As we settle into the new year, are you contemplating a change in your job or career? Perhaps the prospect of a new challenge has you itching to make a move. Or maybe you see a window of opportunity, now that year-end reviews are over and bonuses are paid. Or possibly, you’d simply like to discover a greater sense of purpose at work.
You’re not alone.
I’ve been pivoting—or “repotting,” as others like to call it—for over twenty years: first from Physics into Public Policy, then from academia into financial services, next from Wall St. to Silicon Valley, and most recently, from an operating role into my current portfolio career.
As I look back, an informal pattern has emerged in how I orchestrated these various turns in my professional life. Along the way, I’ve been the beneficiary of some great advice and learned some valuable lessons, which I hope by sharing will help others successfully navigate their next chapter in life.
While it’s easy to want a change, it’s an entirely different beast to actually make a change. Getting the fundamentals right at the outset of the process makes all the difference.
My most recent change came at a time when my life felt a bit broken. I was emerging from a struggle with Lyme disease, had experienced a disastrous few years romantically, and was working in a place where I never felt like I belonged. Depleted physically, emotionally, and mentally, I decided to stage an intervention in my own life (which in a very “Where’d you go Bernadette” move, ended with me in Antarctica – but that’s a story for another day!) How could I create my next chapter and leave behind everything I felt had gone wrong, especially when I felt like it followed me around like a dark cloud?
I’ve been fortunate to have great mentors whose advice at key moments has performed miraculous reversals on my thinking. At this crucial time, Dan Schulman, the CEO of PayPal, offered some simple yet ferociously important advice: your past doesn’t have to define your future. These liberating words are absolutely key for those looking to make a bigger change. All too often, people (and recruiters in particular) pigeon-hole you into what you’ve already done. It’s crucial that you remain true to your real intent for change and not be deterred from the path you’d like to pursue.
There’s a lot of material out there that talks about how the universe conspires to make something happen once a decision is made. I believe that’s true, but the killer secret here is that the decision has to actually be made.
I’ve had so many conversations with people about how much they want to make a change but then talk themselves out of it a minute later, usually because of the obstacles they’ll run into when executing upon it. For instance, they’re fretting about the length of their new commute before deciding that changing jobs is what they actually want.
The thing to remember is: you must never mix the crystal clear waters of the decision with the muddiness of execution. Decoupling these into two distinct stages is the first step to getting change off the ground.
The next step is to come out of your decision making process with complete clarity around “what you’re solving for”. It’s extremely difficult to solve for everything at once when making career decisions, so you must be ruthless in prioritizing what’s most important to you and equally ruthless in the level of honesty you bring to that process.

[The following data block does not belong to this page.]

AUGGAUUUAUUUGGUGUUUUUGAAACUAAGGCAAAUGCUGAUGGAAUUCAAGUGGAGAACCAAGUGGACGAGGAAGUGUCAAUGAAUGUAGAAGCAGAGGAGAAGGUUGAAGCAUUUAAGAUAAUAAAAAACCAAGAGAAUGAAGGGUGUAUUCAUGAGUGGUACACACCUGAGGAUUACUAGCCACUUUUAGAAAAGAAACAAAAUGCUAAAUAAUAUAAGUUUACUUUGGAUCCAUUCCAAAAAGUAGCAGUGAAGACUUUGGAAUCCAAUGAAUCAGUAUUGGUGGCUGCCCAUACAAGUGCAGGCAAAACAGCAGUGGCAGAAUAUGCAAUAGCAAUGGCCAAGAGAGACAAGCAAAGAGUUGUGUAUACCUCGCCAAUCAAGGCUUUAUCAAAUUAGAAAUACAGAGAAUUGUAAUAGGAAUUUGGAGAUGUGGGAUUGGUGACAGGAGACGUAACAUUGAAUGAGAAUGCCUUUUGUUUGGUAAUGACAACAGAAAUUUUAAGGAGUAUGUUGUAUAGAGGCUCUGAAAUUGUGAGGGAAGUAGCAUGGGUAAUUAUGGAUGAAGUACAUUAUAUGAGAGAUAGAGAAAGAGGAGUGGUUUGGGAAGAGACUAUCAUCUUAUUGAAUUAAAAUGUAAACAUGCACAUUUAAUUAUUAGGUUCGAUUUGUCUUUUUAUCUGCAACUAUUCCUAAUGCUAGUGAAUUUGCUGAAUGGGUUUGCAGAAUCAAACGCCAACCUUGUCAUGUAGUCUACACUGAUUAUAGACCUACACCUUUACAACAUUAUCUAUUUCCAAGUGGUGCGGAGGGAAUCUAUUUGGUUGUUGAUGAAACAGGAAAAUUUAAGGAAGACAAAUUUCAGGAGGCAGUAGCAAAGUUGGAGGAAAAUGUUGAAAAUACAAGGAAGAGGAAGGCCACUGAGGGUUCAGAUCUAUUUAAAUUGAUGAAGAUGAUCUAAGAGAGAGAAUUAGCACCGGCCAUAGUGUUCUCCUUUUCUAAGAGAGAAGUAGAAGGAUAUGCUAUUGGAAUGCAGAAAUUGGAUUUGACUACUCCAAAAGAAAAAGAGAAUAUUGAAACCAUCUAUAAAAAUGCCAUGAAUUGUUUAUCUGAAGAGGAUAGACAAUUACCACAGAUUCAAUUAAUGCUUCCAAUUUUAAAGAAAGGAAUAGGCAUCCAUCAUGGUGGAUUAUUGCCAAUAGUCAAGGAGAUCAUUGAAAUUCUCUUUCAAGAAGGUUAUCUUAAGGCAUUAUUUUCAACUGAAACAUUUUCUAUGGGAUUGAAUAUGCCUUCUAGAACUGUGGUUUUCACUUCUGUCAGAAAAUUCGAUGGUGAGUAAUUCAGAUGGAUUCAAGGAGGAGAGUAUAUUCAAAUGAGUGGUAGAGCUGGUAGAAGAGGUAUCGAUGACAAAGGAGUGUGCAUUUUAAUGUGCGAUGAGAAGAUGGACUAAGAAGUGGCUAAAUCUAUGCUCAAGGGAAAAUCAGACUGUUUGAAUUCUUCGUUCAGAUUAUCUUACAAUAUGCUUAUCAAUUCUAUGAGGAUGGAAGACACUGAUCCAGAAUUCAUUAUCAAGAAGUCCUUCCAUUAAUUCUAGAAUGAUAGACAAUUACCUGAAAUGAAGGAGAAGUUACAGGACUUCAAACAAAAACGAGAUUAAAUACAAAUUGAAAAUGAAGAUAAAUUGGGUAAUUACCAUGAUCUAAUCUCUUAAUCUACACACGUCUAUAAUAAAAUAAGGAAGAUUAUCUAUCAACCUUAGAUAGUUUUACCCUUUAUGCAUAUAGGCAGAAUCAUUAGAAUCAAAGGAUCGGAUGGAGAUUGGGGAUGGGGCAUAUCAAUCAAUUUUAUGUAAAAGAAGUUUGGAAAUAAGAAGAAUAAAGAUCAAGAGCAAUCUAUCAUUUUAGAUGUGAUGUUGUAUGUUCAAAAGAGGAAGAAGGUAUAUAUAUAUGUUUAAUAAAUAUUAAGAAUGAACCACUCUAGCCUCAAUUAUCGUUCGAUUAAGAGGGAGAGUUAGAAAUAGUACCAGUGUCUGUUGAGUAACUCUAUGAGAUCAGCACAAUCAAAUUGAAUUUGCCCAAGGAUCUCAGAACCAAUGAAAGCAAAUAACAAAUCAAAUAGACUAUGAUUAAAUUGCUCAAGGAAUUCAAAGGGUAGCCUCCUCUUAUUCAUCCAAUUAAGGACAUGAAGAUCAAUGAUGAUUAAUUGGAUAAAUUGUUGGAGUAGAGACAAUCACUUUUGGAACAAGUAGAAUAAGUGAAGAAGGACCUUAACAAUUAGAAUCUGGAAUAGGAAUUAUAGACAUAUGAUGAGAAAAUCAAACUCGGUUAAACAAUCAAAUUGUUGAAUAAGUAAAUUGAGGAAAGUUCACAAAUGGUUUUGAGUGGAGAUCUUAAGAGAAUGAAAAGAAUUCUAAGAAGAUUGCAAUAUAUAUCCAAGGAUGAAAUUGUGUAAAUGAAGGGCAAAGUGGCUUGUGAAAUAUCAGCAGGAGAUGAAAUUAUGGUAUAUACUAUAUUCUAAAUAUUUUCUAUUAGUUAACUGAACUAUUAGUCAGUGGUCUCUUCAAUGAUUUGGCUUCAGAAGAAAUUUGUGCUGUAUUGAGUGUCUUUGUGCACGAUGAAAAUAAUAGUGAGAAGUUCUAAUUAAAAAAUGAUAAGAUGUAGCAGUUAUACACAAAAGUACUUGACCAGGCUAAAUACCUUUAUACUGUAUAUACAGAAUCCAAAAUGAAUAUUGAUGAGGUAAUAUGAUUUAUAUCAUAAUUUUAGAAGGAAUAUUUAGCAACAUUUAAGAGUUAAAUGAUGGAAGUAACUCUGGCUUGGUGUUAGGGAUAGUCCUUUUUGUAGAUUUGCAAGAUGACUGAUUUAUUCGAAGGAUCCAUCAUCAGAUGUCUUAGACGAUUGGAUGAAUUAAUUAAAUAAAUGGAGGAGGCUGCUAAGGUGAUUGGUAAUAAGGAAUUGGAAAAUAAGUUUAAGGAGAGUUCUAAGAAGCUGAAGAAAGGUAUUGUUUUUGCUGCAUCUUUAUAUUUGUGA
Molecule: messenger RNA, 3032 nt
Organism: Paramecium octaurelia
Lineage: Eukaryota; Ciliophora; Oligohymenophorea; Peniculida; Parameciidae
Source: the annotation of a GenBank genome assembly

Of course, what matters to you most can (and should) change at various ages and stages of your life, so don’t be surprised if what you’re solving for today is very different from five or ten years ago. I’ll never forget another mentor’s words: “Pick the one or two things that really matter to you at this juncture of your life and let the rest go. When I say ‘let the rest go,’ it’s not some linear scale. Think of it as a logarithmic scale with the top two things way at the top and the rest sliding all the way down the curve to the bottom—not even close.”
Honing in on what really matters brings tremendous clarity to what you do next.
My latest pivot involved a lot of changing variables: I had decided to leave NYC and move to San Francisco, and I was exiting Financial Services and pursuing a career in tech. As much as I was clear about what I wanted to do, I was less clear on what kind of role my skill set would translate into and what avenues might be open to me. As I started to confuse the decision with the complications of moving cross-country, I found myself spinning.
In his typical effective bluntness, Frank Slootman (then CEO of ServiceNow) said to me, “It’s simple: geography, industry, role.” I gave him a perplexed look, and he explained, “Most people try to make career changes starting the other way around. They fret about what’s the right role for them.” Of course, that’s exactly what I was doing. Frank’s brutal clarity made me realize that if I had decided on geography (San Francisco) and was resolute on the industry I wanted to be in (tech), then the exact role wasn’t a deal breaker if I got the first two things right.
With your fundamentals aligned and mind focused, you can make the best decision possible for your objectives, but it’s also important to keep the following points in mind.
Central to every change is a strong and extensive network. As networking expert Kingsley Aikins puts it, the important thing about networking isn’t who you know, it’s “who knows you.” Kingsley believes that “opportunities don’t float around on clouds; they’re attached to people.” This advice has never left my mind.